Jesse sees the fly on the ceiling and precariously sets up a ladder so that he can try to swat it. Walt tells him he'll break his neck, so Jesse tells him to hold the ladder steady. As Jesse spots the fly and prepares to swat it, Walt, half-asleep, begs Jesse to come down and tells him that he is sorry for what happened to Jane. Jesse, not realizing Walt is trying to confess to having let Jane die, tells him it's not his fault: no one could've stopped Jane from overdosing.

Conceding that "it's all contaminated," Walt tells Jesse to forget about the fly and finally falls asleep. Jesse sees the fly one last time as he's climbing down from the ladder and manages to swat it, killing the pest once and for all. He turns in excitement to Walt, only to realize he'd fallen asleep. Jesse lays Walt down on the couch outside their lab and finishes the cook on his own.

The two return home the following morning. In the parking lot, Walt pulls Jesse aside and talks to him: he suspects Jesse may be stealing some of their product, but didn't want to say anything in the lab in case it was rigged with microphones. While he never outright accuses Jesse, he warns him that if he is and Gus finds out, Walt wouldn't be able to protect him.

Jesse coldly tells Walt that he didn't steal anything before he leaves. Later that night, Walt lies in bed, seemingly unable to sleep, when all of a sudden, a familiar irritating buzzing reaches his ears...

This episode provides examples of:

  • Bait-and-Switch: Two different times, Walt comes within an inch about telling Jesse that he watched Jane die, but he stops himself the first time and the second time Jesse misinterprets him.
  • Bottle Episode: With the exception of the opening and closing scenes, the entire episode takes place inside the lab. Only Walt and Jesse appear in it, although we also hear Skyler's voice through the baby monitor. And even then, it's reused audio from "Phoenix".
  • Breather Episode: It's also a self-contained episode that doesn't advance many story arcs beyond Walt's suspicion that Jesse is pocketing some of the meth and acts as a soft cushion before all of the subsequent drama that is about to ensue.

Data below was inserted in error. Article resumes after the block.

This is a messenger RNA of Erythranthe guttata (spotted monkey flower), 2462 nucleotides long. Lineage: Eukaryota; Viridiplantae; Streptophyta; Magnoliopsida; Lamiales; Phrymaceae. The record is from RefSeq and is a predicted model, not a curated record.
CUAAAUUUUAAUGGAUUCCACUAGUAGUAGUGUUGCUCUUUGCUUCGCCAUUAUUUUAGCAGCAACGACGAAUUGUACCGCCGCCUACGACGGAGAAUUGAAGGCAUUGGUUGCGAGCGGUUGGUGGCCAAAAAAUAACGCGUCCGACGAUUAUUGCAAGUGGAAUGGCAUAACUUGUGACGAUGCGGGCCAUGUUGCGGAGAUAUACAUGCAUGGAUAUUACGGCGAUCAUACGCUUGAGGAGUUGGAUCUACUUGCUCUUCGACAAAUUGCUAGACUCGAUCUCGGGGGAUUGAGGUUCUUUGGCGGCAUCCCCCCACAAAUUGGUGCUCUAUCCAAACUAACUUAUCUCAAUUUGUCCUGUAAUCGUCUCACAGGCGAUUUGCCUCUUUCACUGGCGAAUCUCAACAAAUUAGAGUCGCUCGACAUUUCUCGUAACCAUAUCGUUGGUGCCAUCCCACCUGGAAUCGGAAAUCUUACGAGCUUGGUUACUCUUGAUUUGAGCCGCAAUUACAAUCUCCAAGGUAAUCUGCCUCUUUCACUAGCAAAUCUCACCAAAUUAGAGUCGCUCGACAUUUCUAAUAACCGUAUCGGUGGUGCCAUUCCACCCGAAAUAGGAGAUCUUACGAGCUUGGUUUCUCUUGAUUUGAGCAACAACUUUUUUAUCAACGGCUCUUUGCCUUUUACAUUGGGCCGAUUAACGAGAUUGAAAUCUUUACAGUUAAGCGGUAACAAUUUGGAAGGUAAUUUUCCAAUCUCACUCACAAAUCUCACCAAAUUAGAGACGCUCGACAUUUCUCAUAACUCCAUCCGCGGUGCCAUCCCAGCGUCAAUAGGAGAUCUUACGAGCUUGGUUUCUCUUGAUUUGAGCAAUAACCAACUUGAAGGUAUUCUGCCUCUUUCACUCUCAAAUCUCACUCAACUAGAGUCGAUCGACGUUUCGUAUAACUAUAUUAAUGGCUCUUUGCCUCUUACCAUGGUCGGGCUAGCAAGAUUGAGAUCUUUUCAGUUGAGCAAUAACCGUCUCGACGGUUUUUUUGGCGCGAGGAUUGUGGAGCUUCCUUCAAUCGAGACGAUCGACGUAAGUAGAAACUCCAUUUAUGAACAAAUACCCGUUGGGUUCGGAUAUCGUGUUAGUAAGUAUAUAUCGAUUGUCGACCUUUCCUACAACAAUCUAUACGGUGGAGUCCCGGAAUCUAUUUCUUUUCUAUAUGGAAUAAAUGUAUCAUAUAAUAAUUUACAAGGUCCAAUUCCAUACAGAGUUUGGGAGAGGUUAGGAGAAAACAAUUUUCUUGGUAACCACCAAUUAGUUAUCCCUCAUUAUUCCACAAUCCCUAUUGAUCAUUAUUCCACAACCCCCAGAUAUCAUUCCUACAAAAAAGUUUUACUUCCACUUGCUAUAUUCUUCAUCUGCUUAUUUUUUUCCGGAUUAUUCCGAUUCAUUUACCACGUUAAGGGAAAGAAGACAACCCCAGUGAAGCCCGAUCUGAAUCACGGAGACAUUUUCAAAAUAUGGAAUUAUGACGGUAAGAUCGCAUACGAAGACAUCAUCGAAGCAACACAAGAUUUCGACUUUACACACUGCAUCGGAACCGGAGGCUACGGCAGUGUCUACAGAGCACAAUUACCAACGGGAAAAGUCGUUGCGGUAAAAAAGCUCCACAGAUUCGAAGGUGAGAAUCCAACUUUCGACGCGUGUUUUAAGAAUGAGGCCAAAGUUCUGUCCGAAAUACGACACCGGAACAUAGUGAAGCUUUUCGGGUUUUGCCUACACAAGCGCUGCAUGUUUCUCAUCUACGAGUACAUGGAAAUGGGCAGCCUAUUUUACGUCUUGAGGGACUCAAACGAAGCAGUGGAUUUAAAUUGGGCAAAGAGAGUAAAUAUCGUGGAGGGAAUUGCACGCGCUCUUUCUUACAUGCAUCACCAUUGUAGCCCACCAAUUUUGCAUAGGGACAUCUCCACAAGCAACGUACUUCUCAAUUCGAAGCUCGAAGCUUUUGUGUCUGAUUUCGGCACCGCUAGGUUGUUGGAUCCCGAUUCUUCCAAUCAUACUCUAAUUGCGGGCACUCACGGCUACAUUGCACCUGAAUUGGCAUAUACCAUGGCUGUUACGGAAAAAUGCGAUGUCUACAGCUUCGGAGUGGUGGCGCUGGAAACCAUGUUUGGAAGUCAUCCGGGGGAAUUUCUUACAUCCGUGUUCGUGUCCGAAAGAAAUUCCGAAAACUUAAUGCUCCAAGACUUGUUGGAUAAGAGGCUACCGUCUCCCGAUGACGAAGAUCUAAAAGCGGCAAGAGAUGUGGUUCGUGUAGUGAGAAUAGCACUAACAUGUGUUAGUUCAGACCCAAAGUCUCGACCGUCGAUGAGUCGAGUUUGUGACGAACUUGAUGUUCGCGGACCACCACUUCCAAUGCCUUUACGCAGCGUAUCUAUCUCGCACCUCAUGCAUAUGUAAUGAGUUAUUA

• Closed Circle: Jesse and Walt are trapped in an airtight lab trying to kill a fly to prevent contamination; since they can't cook meth with the contaminant, and they can't leave until they've cooked, they spend the episode trapped.
  • Control Freak: Walt's obsession with the fly is a stand-in for his obsession with having absolute control over everything and one in his life, up to and including his criminal activities. The fly would be a minor, likely imperceptible contaminant at worst, and as Jesse notes they're selling to a customer base which is so strung out and desperate that they don't even care anyway. But it would mean that the meth would be slightly imperfect, and more importantly, that Walt himself would know it was imperfect. So he devotes himself to finding and killing the fly.
  • "Could Have Avoided This!" Plot: Discussed when Walt starts trying to pinpoint the moment where if he'd just died, he would've left his family enough money without causing them any further danger.
  • Death Glare: As seen in the page image, Walt gives the fly in the lab a really mean look when it lands on his glasses.
  • Despair Event Horizon: Walt lampshades this while talking to Jesse about finding out about his cancer being in remission. He would've much preferred if he succumbed to the cancer after his daughter's birth. It's implied that this ideal death would enable Walt to avoid any heavy consequences with his drug manufacturing, but with the remission, Walt will probably be alive a little longer than he assumed.
  • Does This Remind You of Anything?: Walt is hunting a fly that he views as a filthy contaminant. During the hunt, Jesse dons his safety gear and tries to keep cooking. His facemask is propped in such a way as to put two large, red bulbs on top of his head — just like the fly's eyes. Walt even smacks him with his improvised flyswatter.
  • Dramatically Delayed Drug: Jesse slips sleeping pills into Walt's coffee to force him asleep for his own good. The pills start taking effect at the worst possible moment, as Walt is steadying a ladder precariously positioned atop two rolling carts so Jesse can reach the fly near the ceiling; thankfully, Jesse manages to swat the fly and get off the ladder without falling, but by the time he celebrates, Walter is fast asleep.
  • El Spanish "-o": When Walt locks him out of the lab, Jesse asks the laundromat workers for "el axe-o".